HONOLULU (KHON2) — While life is slowly getting back to normal, many are still struggling to put food on the table because of the COVID pandemic.

According to Feeding America, there has been a 51% increase since 2019 in the number of Hawaii residents who are dealing with food insecurity. Since COVID-19 arrived in the islands, the Hawaii Foodbank is rarely quiet.

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“We went from moving an average of about 46,000 pounds of food through the warehouse every day, and that actually tripled just about overnight,” said Amy Marvin, the CEO of the Hawaii Foodbank.

The year 2020 was a wake up call for many. Thousands of people from all walks of life were out of work and hungry.

The lines at food distribution drives during the summer of 2020 seemed endless.

“I think the pandemic opened our eyes. It’s not just, you know, other folks that are houseless. It is affecting so many people, and you may not know. It might be someone right down the street. It could be you.”

Amy Marvin, the CEO of the Hawaii Foodbank

The feeling of going to sleep hungry is something Marielle Terbio has experienced first-hand.

“I was maybe eight or 10 years old where we were literally eating to the back of our pantry and like, you know, I think to just be a kid and think like, ‘how are we going to get our next meal?'” Terbio said.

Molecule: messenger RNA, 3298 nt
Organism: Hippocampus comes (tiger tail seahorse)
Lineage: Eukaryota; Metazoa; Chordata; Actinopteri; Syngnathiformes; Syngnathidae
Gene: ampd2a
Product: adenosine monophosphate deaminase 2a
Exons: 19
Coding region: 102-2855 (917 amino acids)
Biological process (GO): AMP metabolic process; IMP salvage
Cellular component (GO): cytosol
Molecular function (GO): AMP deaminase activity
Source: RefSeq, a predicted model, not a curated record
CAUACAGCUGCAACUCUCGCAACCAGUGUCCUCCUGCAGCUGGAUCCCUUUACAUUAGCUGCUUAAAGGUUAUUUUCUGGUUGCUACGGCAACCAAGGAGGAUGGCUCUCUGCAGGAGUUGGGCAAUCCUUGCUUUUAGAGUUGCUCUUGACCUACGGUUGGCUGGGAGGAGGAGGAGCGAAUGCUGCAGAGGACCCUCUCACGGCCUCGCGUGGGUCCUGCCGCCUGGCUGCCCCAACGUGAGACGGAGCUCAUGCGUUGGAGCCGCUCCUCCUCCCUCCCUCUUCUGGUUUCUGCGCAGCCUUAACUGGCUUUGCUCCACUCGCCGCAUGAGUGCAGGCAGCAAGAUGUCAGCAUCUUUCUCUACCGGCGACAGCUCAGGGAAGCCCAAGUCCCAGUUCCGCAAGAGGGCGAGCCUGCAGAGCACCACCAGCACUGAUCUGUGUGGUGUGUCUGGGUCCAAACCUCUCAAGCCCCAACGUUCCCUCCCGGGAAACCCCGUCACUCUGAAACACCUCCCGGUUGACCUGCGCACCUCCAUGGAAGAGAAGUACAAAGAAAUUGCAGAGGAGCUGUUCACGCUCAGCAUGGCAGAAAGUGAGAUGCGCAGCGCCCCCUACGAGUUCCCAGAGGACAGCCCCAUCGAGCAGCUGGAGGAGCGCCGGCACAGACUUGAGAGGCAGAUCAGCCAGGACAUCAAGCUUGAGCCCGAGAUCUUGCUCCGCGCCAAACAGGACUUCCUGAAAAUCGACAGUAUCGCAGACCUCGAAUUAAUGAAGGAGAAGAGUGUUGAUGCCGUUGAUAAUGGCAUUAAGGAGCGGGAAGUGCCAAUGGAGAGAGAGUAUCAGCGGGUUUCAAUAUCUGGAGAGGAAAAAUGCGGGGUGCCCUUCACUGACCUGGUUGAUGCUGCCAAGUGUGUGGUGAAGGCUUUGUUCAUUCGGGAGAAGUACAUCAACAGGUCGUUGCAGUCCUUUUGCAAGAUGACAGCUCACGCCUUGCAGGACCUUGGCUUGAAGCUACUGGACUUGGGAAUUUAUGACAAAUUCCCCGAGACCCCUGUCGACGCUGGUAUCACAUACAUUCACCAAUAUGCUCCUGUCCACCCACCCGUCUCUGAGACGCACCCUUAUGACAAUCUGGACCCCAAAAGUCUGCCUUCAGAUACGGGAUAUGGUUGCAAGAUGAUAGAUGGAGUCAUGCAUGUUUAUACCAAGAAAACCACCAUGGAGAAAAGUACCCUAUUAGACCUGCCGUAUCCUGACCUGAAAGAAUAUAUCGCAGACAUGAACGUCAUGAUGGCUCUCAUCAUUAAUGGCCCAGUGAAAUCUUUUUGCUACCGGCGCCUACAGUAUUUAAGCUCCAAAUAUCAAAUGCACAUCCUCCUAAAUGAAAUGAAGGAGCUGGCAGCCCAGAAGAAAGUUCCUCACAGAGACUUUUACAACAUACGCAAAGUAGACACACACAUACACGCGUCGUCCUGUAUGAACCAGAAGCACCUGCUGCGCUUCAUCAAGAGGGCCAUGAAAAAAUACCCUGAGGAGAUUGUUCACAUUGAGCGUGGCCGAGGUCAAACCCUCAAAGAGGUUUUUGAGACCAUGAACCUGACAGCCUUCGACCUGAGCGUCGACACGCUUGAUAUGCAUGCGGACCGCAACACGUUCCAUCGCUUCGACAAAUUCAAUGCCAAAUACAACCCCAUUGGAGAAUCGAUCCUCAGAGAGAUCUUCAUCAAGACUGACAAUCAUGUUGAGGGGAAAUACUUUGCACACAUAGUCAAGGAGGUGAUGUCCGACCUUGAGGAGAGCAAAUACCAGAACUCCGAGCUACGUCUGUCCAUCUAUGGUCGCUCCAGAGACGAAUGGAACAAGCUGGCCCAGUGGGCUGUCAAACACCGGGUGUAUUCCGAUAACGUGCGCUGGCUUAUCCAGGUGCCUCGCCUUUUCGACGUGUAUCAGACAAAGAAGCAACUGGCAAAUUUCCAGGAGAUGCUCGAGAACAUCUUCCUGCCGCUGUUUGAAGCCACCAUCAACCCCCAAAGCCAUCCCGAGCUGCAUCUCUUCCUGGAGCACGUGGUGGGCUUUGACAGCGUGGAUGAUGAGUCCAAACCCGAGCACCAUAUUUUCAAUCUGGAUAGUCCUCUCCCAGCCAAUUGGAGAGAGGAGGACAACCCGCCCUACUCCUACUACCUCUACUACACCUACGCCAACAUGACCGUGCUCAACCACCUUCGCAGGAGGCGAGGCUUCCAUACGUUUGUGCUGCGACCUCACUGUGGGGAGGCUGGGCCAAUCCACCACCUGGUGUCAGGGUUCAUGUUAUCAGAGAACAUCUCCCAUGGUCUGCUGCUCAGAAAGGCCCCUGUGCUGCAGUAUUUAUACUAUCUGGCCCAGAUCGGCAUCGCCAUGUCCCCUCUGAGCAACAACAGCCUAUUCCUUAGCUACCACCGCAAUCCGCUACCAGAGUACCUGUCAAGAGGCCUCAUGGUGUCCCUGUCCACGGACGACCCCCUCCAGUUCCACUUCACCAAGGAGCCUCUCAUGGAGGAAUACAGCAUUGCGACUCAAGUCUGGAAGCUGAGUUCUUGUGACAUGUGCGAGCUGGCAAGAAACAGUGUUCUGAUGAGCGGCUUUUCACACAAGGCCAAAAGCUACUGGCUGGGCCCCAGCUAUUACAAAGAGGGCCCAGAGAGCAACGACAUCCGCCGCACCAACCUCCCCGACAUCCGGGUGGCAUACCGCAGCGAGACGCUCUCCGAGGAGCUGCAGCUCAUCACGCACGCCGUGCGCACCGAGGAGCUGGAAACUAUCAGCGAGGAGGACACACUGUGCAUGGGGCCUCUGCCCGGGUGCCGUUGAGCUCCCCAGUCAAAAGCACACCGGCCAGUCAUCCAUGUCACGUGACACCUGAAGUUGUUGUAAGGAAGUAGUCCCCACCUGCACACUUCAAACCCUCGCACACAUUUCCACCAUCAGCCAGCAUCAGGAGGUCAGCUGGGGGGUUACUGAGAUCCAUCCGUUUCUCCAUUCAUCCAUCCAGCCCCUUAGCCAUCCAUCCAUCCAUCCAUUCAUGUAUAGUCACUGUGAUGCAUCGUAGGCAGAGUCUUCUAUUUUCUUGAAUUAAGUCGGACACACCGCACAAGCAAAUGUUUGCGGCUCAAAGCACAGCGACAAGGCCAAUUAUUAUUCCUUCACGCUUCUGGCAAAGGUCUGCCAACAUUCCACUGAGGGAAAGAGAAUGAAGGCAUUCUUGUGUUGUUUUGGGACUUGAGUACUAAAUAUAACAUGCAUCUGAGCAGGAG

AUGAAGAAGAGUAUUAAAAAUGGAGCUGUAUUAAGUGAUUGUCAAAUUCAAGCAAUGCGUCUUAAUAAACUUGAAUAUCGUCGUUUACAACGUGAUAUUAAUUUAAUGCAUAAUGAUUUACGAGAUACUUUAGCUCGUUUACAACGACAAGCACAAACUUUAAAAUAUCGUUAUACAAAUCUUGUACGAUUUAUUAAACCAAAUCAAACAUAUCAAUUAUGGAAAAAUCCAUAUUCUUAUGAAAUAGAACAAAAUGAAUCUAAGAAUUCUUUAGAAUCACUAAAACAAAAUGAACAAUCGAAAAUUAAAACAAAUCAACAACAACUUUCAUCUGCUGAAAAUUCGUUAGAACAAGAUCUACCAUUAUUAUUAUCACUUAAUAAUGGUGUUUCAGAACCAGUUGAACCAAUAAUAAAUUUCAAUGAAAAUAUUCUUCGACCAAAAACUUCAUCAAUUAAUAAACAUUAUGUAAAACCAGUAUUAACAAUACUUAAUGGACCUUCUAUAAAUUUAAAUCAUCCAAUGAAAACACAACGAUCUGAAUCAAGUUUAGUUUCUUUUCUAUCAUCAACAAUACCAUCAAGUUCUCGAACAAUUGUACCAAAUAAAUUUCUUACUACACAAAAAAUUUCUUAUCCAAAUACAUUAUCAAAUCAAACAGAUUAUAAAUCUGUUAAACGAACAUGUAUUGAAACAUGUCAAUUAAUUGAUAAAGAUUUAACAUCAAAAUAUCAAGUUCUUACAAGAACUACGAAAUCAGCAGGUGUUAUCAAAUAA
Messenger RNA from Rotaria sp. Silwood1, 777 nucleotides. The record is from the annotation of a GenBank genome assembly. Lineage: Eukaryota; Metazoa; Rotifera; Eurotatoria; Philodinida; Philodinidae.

Terbio is now the Director of Community Engagement for the Hawaii Foodbank. Her history with food insecurity is what makes her so passionate about helping others going through the same thing.

While many are back to work, there is still an alarming number of Hawaii residents going to sleep hungry.

“About one in six people in Hawaii is at risk for food insecurity — that includes one in four children. About 81,000 keiki in Hawaii are food insecure this year. That’s the second highest rate of child food insecurity in the country,” Marvin explained.

For the foodbank, 2021 has presented a new challenge. Now, it is dealing with an added challenge: supply chain issues, shipping delays and inflation.

Many of the items in the Hawaii Foodbank’s warehouse is donated from grocery stores so that they do not go to waste. However, if store shelves are bare or low that means less food is being given to the foodbank, which means it has to purchase more food.

The Hawaii Foodbank has already been purchasing a lot of food. It went from buying about $450,000 worth of food a year to spending an average of about $1 million a month to keep up with demand.

Hawaii residents can help by either donating to the Hawaii Foodbank or by donating their time. Kids as young as eight-years-old can volunteer at the Hawaii Foodbank.

“For every dollar that you donate to the food bank, we can actually provide food for more than two meals,” Marvin added.

If you need help, Terbio said to not be ashamed.

“When I was a kid, like, I was ashamed of that and there are families that are dealing with that shame,” Terbio explained. “Now I’m in this place where I’m trying to help people being on the other side saying, ‘there’s no shame to that, like you do need the help. It’s OK, you know, this isn’t going to be forever.'”

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To donate to the Hawaii Foodbank, click here.